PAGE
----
“Well it was with great relief when I managed to get onto the outer desert road, caught the cops by surprise at the first two road blocks as they were napping and missed me. It was a solid ride on a duel carriage way for over 700 km, I stretched my bikes legs a bit and she took to the bit and strided out. If anyone needs a pat on the back it’s the bike, other than the small piston hiccup, it went faultlessly and even preformed with a damaged piston.

I can honestly say that it was a relief to get into 5 o clock traffic in Alexandria knowing that the African continent traverse is finished. The bravado of doing the second leg alone had its ups and downs, I think in hindsight it would have been better to have a wingman. Keeping all the day to day frustrations to oneself eventually gets to you and you want to panel someone, luckily I managed to control that however you feel embarrassed by been rude to the street hustlers etc.

Thanks to each one you who have followed Glen and myself through half of Africa and had the dogged persistence to follow me the rest of the way, in a strange way it was comforting to know that you guys were all out there. A big thanks and kisses to Debs who has been a mountain of information and support with the blogging and keeping tabs on me, thanks Debra!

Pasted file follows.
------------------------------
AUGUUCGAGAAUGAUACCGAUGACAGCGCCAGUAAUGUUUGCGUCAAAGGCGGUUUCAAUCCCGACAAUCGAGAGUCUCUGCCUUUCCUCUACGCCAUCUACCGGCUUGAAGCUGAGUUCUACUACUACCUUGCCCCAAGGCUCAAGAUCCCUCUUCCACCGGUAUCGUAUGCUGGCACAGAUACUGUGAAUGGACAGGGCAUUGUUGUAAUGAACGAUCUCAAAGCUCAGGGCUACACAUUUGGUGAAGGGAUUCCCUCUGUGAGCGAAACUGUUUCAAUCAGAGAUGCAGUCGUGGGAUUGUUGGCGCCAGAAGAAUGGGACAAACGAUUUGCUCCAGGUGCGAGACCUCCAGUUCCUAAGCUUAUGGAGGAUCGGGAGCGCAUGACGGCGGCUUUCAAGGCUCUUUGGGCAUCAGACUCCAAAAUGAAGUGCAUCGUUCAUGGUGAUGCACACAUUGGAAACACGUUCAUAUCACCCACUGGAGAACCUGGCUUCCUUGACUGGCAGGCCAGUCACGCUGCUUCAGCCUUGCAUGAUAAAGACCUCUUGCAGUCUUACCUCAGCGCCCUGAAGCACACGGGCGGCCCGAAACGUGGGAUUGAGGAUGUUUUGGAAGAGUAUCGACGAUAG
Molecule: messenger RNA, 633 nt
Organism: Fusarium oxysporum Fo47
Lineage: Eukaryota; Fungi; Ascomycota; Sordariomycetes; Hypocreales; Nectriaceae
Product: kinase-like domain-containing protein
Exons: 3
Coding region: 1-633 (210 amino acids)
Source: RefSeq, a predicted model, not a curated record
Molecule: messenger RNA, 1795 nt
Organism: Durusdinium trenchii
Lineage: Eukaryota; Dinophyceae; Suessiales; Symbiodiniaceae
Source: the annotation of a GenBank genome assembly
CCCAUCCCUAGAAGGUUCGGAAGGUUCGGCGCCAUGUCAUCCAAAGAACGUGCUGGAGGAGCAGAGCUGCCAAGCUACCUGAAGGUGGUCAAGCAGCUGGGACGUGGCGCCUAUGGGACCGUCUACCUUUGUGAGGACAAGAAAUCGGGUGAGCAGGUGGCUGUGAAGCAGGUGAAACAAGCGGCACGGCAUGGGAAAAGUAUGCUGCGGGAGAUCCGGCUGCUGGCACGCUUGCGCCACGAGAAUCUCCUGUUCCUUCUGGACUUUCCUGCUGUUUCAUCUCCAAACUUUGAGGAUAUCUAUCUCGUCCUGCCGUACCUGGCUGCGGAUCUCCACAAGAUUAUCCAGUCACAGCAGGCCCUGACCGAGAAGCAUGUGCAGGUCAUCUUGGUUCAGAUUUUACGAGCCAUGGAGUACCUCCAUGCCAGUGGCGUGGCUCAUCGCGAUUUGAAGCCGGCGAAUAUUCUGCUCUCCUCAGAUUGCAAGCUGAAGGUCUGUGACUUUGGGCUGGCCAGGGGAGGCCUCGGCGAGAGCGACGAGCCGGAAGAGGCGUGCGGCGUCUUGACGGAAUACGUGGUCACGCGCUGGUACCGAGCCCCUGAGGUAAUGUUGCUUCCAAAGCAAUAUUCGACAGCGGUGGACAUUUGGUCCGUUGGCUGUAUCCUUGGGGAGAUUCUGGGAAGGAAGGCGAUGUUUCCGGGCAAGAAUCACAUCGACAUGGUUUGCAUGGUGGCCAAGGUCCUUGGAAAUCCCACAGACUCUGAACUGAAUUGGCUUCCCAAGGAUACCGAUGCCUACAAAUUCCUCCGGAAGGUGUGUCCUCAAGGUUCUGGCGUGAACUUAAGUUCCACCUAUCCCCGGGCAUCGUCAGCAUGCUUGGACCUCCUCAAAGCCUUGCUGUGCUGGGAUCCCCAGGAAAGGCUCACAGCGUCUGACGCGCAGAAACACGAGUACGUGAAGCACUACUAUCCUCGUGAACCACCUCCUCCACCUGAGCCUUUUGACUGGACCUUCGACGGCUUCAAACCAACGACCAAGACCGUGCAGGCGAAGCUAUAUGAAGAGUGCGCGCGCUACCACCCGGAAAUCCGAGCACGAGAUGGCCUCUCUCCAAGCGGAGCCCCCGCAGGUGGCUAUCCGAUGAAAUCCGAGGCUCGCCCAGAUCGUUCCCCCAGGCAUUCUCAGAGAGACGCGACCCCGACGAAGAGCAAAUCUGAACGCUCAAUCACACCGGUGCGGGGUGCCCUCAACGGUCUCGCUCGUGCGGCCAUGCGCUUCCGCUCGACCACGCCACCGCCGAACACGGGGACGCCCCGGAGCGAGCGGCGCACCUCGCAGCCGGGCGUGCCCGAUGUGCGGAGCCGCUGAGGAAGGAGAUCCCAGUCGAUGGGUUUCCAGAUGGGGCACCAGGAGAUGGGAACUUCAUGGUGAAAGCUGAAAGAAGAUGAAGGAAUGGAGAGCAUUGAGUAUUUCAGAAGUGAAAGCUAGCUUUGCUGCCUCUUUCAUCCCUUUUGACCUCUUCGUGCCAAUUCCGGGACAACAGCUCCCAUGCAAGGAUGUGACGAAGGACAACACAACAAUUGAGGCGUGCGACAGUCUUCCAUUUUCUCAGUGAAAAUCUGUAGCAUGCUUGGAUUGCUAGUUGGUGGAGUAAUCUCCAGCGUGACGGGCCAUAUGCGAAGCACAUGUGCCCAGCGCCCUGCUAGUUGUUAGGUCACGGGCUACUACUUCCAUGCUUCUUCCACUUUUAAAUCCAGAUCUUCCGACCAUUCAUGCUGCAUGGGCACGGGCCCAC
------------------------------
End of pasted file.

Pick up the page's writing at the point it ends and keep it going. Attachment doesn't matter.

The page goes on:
And my Katie who has had the joy of loving my two children!! And ensuring there is money in the bank, thanks hon!! The question you all wondering about, am I continuing through Europe, below is a tab for donations. Please click and follow the link…”

55 days on the road. Around 13000km and 10 countries…almost half of it alone. And to put the distance in perspective he has traveled about 1/3rd of the equatorial circumference of the earth!

But if Morgan thought his hassles were over it was time to think again as they were once again about to begin.

“Presently the first ship will be in Alexandria on the 09/02. This will take the bike to Soleneo, a port just down from Naples. However it takes up to 7 days to get there as it stops at various ports enroute. I cannot go with the vessel and need to fly! Which poses the problem – I don’t want to hang around in Egypt for 15 days and my visa is expiring. It also costs the same amount of money to send the bike back to South Africa, so I’m thinking the Europe leg we will fight another day.